Kenneth Anderson, MD

MANY PATIENTS WITH CANCER are living long and fulfilling lives thanks to advances in treatments. Some cancer types have a number of therapeutic options that patients can choose when one treatment fails. These incredible successes, built upon decades of basic and clinical research, are worthy of celebration, but they pose increasing challenges for developing new therapies.

Clinical trials for cancer treatments have traditionally relied on measuring whether taking a new drug extends patients’ lives compared with the standard of care. This endpoint, called overall survival, is considered the gold standard for determining the safety and efficacy of a drug. However, because many new treatments are so successful, it may now take years to show a real difference in overall survival between the new therapy and the standard of care, which can unnecessarily delay access to medical advances for the general public.

Oncology clinical trials are increasingly using endpoints that can be measured sooner, like tumor shrinkage, blood cell counts, the presence of tumor DNA in blood or other signals that suggest a drug is having an effect. Unfortunately, these early endpoints do not always correlate with overall survival benefit after a study has been completed. There have been several examples of clinical trials with very positive early endpoints, but patients taking the investigational therapy were significantly more likely to die compared with patients taking the standard of care. Results like these give pause to the Food and Drug Administration (FDA) when it considers whether to approve a drug using these early endpoints, as the discrepancy may be caused by toxic side effects of the new drug.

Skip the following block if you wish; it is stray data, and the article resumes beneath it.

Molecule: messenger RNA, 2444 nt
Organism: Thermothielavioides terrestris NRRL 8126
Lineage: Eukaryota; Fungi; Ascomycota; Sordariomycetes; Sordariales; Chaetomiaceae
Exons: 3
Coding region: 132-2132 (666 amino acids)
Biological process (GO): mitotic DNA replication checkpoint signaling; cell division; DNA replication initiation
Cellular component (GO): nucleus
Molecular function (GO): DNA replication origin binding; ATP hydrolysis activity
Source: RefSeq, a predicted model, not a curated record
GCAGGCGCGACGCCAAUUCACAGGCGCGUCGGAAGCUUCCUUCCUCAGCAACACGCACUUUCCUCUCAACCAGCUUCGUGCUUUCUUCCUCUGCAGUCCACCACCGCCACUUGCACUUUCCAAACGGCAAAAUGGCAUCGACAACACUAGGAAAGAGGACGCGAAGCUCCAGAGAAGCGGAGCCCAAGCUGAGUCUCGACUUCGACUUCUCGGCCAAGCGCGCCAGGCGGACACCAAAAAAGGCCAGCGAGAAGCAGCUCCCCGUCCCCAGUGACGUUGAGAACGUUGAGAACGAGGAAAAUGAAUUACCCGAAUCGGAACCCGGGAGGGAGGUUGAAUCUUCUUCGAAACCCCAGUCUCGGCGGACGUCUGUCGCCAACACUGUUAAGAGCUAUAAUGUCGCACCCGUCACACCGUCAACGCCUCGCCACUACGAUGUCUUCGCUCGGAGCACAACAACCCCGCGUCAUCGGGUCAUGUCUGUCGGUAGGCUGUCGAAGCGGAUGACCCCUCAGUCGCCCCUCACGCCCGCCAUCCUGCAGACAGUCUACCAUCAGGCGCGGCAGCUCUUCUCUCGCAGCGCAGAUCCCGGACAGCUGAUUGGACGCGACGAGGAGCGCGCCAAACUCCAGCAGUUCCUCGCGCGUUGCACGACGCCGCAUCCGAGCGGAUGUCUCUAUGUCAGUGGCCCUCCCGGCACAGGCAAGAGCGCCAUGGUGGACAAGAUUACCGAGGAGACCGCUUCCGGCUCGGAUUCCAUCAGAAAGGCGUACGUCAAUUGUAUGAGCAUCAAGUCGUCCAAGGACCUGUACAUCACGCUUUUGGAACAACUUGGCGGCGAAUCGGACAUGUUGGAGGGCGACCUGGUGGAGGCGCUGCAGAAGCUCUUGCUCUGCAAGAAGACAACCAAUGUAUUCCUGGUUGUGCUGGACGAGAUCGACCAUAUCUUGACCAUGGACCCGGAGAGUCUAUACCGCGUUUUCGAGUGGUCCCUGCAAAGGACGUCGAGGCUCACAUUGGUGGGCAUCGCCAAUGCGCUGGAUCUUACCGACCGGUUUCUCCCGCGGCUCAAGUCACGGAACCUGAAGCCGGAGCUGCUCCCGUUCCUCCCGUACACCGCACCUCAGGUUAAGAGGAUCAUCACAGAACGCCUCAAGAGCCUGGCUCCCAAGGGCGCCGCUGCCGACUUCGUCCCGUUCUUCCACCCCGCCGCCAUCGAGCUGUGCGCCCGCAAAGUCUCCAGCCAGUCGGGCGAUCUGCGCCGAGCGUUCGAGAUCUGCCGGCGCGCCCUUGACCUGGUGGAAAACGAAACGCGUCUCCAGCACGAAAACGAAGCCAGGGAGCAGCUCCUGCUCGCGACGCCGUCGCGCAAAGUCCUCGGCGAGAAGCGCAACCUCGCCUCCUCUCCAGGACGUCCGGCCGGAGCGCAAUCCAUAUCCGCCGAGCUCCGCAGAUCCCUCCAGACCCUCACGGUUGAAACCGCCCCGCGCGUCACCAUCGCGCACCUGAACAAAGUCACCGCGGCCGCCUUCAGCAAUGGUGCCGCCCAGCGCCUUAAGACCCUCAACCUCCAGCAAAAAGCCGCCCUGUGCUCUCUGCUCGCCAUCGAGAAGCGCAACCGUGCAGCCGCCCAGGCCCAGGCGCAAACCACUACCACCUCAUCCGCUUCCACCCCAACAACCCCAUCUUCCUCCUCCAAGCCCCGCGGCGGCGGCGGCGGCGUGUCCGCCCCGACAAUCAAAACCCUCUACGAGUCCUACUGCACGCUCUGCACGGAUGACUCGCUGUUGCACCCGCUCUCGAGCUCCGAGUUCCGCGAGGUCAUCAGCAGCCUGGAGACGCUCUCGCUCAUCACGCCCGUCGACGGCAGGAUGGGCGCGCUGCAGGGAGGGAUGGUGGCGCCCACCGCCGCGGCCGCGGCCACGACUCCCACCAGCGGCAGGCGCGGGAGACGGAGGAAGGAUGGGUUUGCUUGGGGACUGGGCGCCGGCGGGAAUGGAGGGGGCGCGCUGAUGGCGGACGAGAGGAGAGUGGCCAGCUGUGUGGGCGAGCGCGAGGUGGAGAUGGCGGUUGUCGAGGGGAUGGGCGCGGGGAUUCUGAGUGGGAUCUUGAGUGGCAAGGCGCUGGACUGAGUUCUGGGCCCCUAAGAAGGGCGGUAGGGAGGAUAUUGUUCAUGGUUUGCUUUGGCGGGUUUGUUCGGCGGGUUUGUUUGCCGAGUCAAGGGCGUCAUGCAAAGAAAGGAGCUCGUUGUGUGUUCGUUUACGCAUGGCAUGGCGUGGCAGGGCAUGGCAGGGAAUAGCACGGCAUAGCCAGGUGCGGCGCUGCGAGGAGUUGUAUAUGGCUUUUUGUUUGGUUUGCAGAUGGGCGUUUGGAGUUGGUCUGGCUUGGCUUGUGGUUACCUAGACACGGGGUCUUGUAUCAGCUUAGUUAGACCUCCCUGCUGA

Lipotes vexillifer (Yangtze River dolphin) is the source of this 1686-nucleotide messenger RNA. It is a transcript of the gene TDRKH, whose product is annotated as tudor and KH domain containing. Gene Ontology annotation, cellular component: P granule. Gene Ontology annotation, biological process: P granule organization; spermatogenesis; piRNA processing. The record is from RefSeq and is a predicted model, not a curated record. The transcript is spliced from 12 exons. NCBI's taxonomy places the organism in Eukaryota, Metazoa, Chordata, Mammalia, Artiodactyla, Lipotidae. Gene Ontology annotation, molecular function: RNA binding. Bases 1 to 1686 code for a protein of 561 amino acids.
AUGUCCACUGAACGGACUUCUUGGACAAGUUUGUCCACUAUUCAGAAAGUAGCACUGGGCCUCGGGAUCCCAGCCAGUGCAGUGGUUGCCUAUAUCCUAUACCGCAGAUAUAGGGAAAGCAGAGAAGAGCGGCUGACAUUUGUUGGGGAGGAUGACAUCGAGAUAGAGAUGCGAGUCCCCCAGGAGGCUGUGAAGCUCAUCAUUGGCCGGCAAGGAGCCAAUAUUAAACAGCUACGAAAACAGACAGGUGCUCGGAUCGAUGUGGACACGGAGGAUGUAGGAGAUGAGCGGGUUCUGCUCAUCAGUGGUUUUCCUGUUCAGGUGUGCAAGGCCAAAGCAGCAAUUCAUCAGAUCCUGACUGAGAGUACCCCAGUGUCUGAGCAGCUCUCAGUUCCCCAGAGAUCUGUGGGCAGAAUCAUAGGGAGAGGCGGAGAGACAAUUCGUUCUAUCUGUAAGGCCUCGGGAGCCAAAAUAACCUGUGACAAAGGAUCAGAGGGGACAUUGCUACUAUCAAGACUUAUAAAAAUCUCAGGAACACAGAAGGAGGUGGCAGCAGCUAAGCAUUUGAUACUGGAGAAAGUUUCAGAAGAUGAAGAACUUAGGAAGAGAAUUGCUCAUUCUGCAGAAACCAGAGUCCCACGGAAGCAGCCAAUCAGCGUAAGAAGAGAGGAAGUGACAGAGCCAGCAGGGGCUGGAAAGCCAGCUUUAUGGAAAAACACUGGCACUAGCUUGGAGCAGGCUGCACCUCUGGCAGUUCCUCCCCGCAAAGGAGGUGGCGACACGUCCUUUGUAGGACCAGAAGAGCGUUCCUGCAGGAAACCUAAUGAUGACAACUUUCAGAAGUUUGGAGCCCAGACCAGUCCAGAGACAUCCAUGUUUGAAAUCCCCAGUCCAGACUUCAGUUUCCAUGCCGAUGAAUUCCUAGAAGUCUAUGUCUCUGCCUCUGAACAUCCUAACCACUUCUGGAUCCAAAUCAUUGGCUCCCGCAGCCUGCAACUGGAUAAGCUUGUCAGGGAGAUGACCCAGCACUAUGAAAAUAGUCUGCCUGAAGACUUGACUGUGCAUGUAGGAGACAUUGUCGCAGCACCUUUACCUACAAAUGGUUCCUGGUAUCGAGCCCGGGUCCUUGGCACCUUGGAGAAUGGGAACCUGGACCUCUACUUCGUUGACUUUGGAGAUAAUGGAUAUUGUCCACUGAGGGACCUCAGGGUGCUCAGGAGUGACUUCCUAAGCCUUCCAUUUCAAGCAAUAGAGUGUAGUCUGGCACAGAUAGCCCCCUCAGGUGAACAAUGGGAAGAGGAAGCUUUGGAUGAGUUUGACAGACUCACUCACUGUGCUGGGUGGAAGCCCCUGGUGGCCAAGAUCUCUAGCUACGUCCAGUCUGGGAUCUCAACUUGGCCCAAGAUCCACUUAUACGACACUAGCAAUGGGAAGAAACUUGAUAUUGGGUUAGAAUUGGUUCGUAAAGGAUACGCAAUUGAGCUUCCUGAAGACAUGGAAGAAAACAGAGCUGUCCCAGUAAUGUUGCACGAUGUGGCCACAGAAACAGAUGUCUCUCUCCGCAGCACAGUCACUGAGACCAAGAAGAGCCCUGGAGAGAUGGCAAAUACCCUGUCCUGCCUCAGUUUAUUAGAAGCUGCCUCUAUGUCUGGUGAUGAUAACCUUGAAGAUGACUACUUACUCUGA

In 2022, the FDA initiated Project Endpoint to engage stakeholders in addressing these issues by identifying and developing timely strategies to determine if a new drug is safe and effective. Project Endpoint led to a joint workshop co-hosted by the FDA, the American Association for Cancer Research (AACR) and the American Statistical Association (ASA) in July 2023, and an upcoming scientific article in the AACR journal Clinical Cancer Research. (The AACR also publishes Cancer Today.) Key recommendations from the workshop and paper were that late-stage clinical trials should collect overall survival data for all patients, and researchers should plan ahead to analyze overall survival data to determine if there are signs of toxicity that impact survival. Pre-specified plans are particularly important to minimize biases and prevent cherry-picking of data during the analysis. Additionally, new statistical methods can be used to look at overall survival data from a safety perspective that are not as burdensome for researchers as a formal analysis for drug efficacy.

While the FDA-AACR-ASA workshop made significant progress in addressing the challenges that surround the use of overall survival as a measure of drug efficacy, more work needs to be done to validate and build confidence in earlier endpoints. The AACR and the FDA will continue these important conversations with stakeholders to build a scientific consensus that provides clarity on the benefits and risks of new therapies and to improve the lives of patients. 

Kenneth Anderson, MD, is the Kraft Family Professor of Medicine at Harvard Medical School, as well as director of the LeBow Institute for Myeloma Therapeutics and Jerome Lipper Multiple Myeloma Center at Dana-Farber Cancer Institute in Boston. Dr. Anderson also serves as the chair of the AACR Regulatory Science and Policy Subcommittee.